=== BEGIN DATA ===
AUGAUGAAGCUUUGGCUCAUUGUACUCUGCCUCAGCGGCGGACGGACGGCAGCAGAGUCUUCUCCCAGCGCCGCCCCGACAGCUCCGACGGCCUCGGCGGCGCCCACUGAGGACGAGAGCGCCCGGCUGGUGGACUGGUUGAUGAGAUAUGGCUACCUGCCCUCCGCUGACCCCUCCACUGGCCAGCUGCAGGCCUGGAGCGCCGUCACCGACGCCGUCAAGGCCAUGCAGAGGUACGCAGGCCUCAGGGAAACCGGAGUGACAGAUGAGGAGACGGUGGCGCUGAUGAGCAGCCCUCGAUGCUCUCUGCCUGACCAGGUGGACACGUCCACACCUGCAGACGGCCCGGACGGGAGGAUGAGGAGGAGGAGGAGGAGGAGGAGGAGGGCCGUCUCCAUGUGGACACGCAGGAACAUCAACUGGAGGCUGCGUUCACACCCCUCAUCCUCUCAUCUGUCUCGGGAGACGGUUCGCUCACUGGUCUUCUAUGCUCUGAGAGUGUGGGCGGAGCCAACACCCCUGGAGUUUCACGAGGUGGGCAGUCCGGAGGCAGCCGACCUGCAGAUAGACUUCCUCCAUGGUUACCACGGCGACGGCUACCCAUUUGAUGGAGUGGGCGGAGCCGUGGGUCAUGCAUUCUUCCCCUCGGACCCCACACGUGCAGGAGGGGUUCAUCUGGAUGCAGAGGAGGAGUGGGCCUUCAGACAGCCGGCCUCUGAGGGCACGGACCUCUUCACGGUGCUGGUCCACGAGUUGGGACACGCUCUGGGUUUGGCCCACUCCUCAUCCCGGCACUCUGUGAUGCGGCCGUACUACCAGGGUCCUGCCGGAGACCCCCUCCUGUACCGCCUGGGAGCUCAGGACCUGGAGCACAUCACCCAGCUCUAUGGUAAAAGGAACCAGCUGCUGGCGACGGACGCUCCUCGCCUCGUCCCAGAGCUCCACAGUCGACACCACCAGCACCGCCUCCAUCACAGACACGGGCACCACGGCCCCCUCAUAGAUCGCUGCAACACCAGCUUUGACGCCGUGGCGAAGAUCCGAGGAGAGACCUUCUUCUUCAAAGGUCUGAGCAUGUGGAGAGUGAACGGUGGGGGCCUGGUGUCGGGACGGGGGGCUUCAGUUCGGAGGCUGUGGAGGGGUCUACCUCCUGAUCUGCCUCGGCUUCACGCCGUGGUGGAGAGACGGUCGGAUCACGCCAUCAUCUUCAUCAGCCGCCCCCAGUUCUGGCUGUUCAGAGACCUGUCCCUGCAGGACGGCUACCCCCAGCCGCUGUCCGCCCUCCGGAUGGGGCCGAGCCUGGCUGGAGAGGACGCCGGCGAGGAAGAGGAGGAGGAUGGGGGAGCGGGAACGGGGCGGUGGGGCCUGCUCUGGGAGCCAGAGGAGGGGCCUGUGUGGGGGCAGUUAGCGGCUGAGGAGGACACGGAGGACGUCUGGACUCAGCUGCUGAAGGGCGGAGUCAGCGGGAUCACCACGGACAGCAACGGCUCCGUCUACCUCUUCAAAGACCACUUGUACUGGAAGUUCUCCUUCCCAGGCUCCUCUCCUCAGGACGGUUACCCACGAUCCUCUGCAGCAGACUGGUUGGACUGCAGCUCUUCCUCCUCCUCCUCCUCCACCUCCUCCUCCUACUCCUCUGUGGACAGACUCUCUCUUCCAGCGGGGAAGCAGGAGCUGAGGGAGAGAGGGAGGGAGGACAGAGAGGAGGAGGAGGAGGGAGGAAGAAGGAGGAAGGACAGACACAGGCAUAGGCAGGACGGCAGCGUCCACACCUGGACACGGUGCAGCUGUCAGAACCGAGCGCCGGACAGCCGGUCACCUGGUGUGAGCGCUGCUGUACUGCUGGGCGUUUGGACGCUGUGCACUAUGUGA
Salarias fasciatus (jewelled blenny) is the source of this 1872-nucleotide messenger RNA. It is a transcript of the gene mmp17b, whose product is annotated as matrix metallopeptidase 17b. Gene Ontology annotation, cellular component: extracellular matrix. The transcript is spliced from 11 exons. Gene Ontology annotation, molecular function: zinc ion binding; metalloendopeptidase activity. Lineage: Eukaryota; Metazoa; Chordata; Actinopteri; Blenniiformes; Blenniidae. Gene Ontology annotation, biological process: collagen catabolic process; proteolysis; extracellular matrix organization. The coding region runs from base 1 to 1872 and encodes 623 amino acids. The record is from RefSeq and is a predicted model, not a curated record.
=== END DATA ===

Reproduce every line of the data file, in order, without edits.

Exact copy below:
AUGAUGAAGCUUUGGCUCAUUGUACUCUGCCUCAGCGGCGGACGGACGGCAGCAGAGUCUUCUCCCAGCGCCGCCCCGACAGCUCCGACGGCCUCGGCGGCGCCCACUGAGGACGAGAGCGCCCGGCUGGUGGACUGGUUGAUGAGAUAUGGCUACCUGCCCUCCGCUGACCCCUCCACUGGCCAGCUGCAGGCCUGGAGCGCCGUCACCGACGCCGUCAAGGCCAUGCAGAGGUACGCAGGCCUCAGGGAAACCGGAGUGACAGAUGAGGAGACGGUGGCGCUGAUGAGCAGCCCUCGAUGCUCUCUGCCUGACCAGGUGGACACGUCCACACCUGCAGACGGCCCGGACGGGAGGAUGAGGAGGAGGAGGAGGAGGAGGAGGAGGGCCGUCUCCAUGUGGACACGCAGGAACAUCAACUGGAGGCUGCGUUCACACCCCUCAUCCUCUCAUCUGUCUCGGGAGACGGUUCGCUCACUGGUCUUCUAUGCUCUGAGAGUGUGGGCGGAGCCAACACCCCUGGAGUUUCACGAGGUGGGCAGUCCGGAGGCAGCCGACCUGCAGAUAGACUUCCUCCAUGGUUACCACGGCGACGGCUACCCAUUUGAUGGAGUGGGCGGAGCCGUGGGUCAUGCAUUCUUCCCCUCGGACCCCACACGUGCAGGAGGGGUUCAUCUGGAUGCAGAGGAGGAGUGGGCCUUCAGACAGCCGGCCUCUGAGGGCACGGACCUCUUCACGGUGCUGGUCCACGAGUUGGGACACGCUCUGGGUUUGGCCCACUCCUCAUCCCGGCACUCUGUGAUGCGGCCGUACUACCAGGGUCCUGCCGGAGACCCCCUCCUGUACCGCCUGGGAGCUCAGGACCUGGAGCACAUCACCCAGCUCUAUGGUAAAAGGAACCAGCUGCUGGCGACGGACGCUCCUCGCCUCGUCCCAGAGCUCCACAGUCGACACCACCAGCACCGCCUCCAUCACAGACACGGGCACCACGGCCCCCUCAUAGAUCGCUGCAACACCAGCUUUGACGCCGUGGCGAAGAUCCGAGGAGAGACCUUCUUCUUCAAAGGUCUGAGCAUGUGGAGAGUGAACGGUGGGGGCCUGGUGUCGGGACGGGGGGCUUCAGUUCGGAGGCUGUGGAGGGGUCUACCUCCUGAUCUGCCUCGGCUUCACGCCGUGGUGGAGAGACGGUCGGAUCACGCCAUCAUCUUCAUCAGCCGCCCCCAGUUCUGGCUGUUCAGAGACCUGUCCCUGCAGGACGGCUACCCCCAGCCGCUGUCCGCCCUCCGGAUGGGGCCGAGCCUGGCUGGAGAGGACGCCGGCGAGGAAGAGGAGGAGGAUGGGGGAGCGGGAACGGGGCGGUGGGGCCUGCUCUGGGAGCCAGAGGAGGGGCCUGUGUGGGGGCAGUUAGCGGCUGAGGAGGACACGGAGGACGUCUGGACUCAGCUGCUGAAGGGCGGAGUCAGCGGGAUCACCACGGACAGCAACGGCUCCGUCUACCUCUUCAAAGACCACUUGUACUGGAAGUUCUCCUUCCCAGGCUCCUCUCCUCAGGACGGUUACCCACGAUCCUCUGCAGCAGACUGGUUGGACUGCAGCUCUUCCUCCUCCUCCUCCUCCACCUCCUCCUCCUACUCCUCUGUGGACAGACUCUCUCUUCCAGCGGGGAAGCAGGAGCUGAGGGAGAGAGGGAGGGAGGACAGAGAGGAGGAGGAGGAGGGAGGAAGAAGGAGGAAGGACAGACACAGGCAUAGGCAGGACGGCAGCGUCCACACCUGGACACGGUGCAGCUGUCAGAACCGAGCGCCGGACAGCCGGUCACCUGGUGUGAGCGCUGCUGUACUGCUGGGCGUUUGGACGCUGUGCACUAUGUGA
Salarias fasciatus (jewelled blenny) is the source of this 1872-nucleotide messenger RNA. It is a transcript of the gene mmp17b, whose product is annotated as matrix metallopeptidase 17b. Gene Ontology annotation, cellular component: extracellular matrix. The transcript is spliced from 11 exons. Gene Ontology annotation, molecular function: zinc ion binding; metalloendopeptidase activity. Lineage: Eukaryota; Metazoa; Chordata; Actinopteri; Blenniiformes; Blenniidae. Gene Ontology annotation, biological process: collagen catabolic process; proteolysis; extracellular matrix organization. The coding region runs from base 1 to 1872 and encodes 623 amino acids. The record is from RefSeq and is a predicted model, not a curated record.